The "Fight" That Knocked Out Commodities

by Mark Skousen

The "Fight" That Knocked Out Commodities

by Mark Skousen, Chairman, Investment U

Friday, October 6, 2006: Issue #590

Last May, when gold was selling for more than $700 an ounce and oil was over $70 a barrel, I turned bearish on commodities. I slashed my position in natural resource stocks in my newsletter. And I grew wary that the real estate market was topping out in the U.S.

Since then, the slide in commodities has been dramatic. Take a look at gold, for instance...

Charting gold and its 6-month slide

Why did I change my mind? No, I didn't buy into the popular conspiracy theory, that Bush is manipulating the price of oil to drop right before the November elections.

At the same time, I warned investors against the "gold bug" thesis (Jim Rogers, Doug Casey, among others) that commodities must go up because commodity cycles inevitably last 15 to 30 years. Blind obedience to past cycles is a dangerous game in the financial markets.

Here's what's really happening...

The Inflation Threat Is Subsiding

I looked at a more fundamental reason for the collapse in gold and oil prices, and the topping out of the real estate market. The price of gold, in particular, is the best forecaster of future inflation, and the decline in the yellow metal is a sign that price inflation is headed back down.

Why? The Fed is serious about fighting inflation. This has largely been ignored by the conventional wisdom, both on Wall Street and Midas City.

Under new chairman Ben Bernanke, the Fed has beat inflationary expectations in two ways: First, it created a negative yield curve by raising the Fed Funds Target Rate to 5.25%, substantially above the long-bond rate (currently 4.6%).

Second, it slowed down the growth rate of the money supply. The broad-based money supply (M2) was growing at a 6%-7% clip a year ago. Now it's down to 2%. The Adjusted Monetary Base (the Fed's private checking account) is not growing at all. See the chart below, in billions.

The Money Supply (M2) Slows to a Crawl

Bernanke built his academic reputation on "inflation targeting," and every country that has adopted it (New Zealand, Great Britain and Canada) has seen its inflation rate decline sharply. Last August, Bernanke added his academic colleague Rick Mishkin to the Fed board. Mishkin is an "inflation targeting" expert who I met at Columbia University. Both Ben and Rick must be smiling right now, even as gold bugs are hurting.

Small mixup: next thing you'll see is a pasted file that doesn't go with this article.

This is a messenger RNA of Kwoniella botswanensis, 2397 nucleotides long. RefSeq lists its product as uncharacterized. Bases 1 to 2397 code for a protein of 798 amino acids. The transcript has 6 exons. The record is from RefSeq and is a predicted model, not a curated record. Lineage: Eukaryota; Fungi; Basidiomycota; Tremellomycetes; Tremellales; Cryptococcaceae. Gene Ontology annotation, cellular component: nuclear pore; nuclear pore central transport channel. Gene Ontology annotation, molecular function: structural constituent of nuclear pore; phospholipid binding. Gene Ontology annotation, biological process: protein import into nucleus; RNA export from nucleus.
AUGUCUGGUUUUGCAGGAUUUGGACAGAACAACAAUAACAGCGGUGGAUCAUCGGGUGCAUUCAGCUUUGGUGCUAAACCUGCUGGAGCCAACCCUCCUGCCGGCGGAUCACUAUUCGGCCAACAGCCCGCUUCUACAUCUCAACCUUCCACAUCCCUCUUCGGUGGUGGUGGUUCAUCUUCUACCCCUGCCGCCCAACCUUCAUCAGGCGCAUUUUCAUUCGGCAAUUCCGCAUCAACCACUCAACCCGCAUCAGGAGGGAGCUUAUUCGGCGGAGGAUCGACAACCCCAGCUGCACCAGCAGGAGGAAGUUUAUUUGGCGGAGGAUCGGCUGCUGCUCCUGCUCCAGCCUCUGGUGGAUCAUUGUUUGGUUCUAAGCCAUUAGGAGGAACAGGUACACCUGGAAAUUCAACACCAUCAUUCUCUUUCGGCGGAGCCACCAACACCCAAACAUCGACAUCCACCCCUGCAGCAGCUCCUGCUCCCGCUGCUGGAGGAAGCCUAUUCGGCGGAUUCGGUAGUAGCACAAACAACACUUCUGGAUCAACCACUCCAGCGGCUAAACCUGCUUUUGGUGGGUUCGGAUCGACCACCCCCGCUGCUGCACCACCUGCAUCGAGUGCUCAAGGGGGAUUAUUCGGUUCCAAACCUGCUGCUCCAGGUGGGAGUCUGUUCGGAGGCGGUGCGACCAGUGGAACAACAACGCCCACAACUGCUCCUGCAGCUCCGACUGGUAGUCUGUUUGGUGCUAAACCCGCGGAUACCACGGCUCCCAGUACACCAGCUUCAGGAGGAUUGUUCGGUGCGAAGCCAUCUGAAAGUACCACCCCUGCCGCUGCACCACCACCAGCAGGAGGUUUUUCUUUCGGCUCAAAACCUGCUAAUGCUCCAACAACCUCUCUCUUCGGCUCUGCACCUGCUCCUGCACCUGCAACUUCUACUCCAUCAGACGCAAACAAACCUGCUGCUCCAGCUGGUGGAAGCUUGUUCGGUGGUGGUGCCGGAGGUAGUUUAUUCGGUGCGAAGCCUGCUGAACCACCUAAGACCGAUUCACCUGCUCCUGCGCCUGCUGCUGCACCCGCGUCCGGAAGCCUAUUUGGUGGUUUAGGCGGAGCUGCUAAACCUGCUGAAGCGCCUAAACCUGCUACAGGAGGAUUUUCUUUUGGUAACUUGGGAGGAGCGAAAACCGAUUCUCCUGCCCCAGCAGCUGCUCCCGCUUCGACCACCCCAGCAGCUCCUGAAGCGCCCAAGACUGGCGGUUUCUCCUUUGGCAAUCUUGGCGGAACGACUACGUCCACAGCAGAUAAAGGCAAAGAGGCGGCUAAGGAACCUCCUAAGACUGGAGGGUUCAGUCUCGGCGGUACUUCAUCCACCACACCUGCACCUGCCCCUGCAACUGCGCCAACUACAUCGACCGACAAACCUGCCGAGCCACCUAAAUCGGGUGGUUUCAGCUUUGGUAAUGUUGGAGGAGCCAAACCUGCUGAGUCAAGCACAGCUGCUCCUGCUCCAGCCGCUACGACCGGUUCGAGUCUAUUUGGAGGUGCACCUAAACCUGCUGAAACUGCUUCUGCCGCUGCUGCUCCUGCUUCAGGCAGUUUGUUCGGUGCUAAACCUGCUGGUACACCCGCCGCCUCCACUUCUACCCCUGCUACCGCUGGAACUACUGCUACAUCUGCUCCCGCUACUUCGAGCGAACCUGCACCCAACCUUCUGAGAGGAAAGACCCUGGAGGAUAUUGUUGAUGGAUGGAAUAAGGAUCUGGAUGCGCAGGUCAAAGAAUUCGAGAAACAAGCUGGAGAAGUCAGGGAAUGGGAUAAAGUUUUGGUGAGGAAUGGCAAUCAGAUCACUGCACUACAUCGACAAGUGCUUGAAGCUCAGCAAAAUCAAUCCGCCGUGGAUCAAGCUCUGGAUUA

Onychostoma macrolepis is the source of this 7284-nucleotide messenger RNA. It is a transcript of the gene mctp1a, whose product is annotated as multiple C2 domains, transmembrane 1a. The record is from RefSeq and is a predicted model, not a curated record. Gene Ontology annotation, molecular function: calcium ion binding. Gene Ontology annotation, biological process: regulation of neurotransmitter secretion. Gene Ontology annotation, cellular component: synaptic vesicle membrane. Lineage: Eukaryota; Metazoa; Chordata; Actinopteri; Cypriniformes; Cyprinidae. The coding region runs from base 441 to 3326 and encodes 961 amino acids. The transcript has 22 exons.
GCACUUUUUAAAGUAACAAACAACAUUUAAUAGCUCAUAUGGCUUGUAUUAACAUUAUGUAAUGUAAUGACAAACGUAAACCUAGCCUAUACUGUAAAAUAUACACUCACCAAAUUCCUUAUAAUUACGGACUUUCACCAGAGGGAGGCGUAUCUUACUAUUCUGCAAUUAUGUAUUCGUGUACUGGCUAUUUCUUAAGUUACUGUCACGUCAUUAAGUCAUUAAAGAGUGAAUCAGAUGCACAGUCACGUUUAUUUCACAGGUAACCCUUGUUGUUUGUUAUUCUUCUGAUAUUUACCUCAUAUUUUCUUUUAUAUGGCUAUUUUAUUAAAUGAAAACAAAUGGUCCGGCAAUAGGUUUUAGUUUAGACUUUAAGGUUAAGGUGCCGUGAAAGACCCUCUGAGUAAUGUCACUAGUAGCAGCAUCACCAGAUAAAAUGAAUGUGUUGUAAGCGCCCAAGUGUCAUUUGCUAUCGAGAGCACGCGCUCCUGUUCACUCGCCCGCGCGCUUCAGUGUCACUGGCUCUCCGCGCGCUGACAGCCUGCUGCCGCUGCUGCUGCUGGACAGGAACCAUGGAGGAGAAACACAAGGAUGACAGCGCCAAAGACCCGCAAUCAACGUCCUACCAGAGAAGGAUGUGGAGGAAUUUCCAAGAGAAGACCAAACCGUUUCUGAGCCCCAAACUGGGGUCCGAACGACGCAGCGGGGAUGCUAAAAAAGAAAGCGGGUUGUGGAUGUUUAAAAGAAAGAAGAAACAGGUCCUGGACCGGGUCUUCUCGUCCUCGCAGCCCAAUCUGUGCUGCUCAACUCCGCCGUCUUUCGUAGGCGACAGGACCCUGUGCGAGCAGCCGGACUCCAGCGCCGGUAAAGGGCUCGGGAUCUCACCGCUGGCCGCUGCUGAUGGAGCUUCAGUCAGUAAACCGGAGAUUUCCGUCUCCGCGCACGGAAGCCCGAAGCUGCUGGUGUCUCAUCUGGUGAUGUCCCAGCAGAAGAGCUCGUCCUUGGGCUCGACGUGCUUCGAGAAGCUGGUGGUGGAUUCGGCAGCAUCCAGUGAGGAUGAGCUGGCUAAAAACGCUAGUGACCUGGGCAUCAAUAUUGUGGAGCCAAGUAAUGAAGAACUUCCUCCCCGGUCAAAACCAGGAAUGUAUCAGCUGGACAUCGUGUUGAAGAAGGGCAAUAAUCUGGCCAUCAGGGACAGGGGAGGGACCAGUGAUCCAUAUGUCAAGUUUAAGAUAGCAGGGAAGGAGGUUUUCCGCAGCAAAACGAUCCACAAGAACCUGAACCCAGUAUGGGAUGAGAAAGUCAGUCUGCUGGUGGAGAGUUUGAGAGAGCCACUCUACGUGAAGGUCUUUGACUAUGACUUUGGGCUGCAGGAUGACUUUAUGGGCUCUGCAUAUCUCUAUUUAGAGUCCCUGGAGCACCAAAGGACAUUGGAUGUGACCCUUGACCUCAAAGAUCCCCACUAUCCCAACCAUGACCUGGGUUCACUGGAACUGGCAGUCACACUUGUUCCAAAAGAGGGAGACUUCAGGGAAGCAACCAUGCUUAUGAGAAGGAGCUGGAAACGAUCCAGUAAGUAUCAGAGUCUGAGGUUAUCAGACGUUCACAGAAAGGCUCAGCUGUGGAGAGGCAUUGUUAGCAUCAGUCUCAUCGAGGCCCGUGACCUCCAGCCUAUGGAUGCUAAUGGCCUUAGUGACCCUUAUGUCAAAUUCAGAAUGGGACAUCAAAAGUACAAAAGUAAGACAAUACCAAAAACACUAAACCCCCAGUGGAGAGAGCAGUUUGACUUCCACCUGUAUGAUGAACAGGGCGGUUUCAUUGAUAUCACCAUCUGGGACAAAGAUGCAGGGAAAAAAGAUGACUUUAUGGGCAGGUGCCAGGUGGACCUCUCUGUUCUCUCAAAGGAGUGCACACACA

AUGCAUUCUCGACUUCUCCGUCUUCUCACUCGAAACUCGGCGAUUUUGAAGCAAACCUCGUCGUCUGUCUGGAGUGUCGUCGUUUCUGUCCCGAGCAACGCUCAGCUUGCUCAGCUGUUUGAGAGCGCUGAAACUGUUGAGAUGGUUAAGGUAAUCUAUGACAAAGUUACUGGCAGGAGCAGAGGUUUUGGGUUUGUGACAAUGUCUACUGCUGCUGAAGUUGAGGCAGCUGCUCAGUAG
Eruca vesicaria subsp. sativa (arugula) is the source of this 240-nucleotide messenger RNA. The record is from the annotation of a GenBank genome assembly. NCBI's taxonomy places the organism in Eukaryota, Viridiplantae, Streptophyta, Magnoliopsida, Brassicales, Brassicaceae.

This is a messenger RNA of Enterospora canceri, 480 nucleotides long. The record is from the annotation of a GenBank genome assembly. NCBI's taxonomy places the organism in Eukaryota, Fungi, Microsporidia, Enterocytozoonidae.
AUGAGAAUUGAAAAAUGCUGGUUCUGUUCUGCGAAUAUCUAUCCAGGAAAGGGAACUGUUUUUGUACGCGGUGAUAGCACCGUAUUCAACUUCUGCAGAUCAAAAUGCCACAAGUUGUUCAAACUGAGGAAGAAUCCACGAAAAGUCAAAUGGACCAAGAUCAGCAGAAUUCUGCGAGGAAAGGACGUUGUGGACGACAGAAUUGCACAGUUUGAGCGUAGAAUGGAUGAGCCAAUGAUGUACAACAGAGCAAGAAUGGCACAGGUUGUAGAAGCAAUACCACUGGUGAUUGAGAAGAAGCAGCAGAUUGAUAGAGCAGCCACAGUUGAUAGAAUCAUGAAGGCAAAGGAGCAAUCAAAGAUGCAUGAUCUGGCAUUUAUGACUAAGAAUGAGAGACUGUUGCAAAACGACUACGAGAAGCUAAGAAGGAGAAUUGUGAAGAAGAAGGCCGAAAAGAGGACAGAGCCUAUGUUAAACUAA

What Does This Mean for Us?

As gold and oil stocks have collapsed, the bull market on Wall Street has returned. Wall Street's greatest threat is rising inflation; a soft landing in price inflation is bullish. I think this trend will continue into the next year, although there's a possibility that the Fed will tighten too much and a financial crisis could still develop. (The Fed is famous for overreacting in both directions, in being too tight, and being too loose.)

Investor Conclusions

Right now, I'm recommending a majority of one's assets be invested in the following:

  • High-income bonds
  • Dividend paying stocks
  • Foreign markets, and
  • Money funds earning 5%

There are plenty of opportunities for investors to make money, but you have to know the signs of the times. But I'm not selling all my oil or gold stocks any time soon. That would be foolish in an age of war and big government.

Good trading, AEIOU,


Today's Investment U Crib Sheet

  • Hydrogen fuel cell technology, while still a few years away, may very well be the next best energy alternative. But can you profit from hydrogen stocks? The Investment U Research Team recently released its verdict. Check out their free investor's report: Hydrogen Stocks: How The World's Most Abundant Element Stacks Up as an Investment

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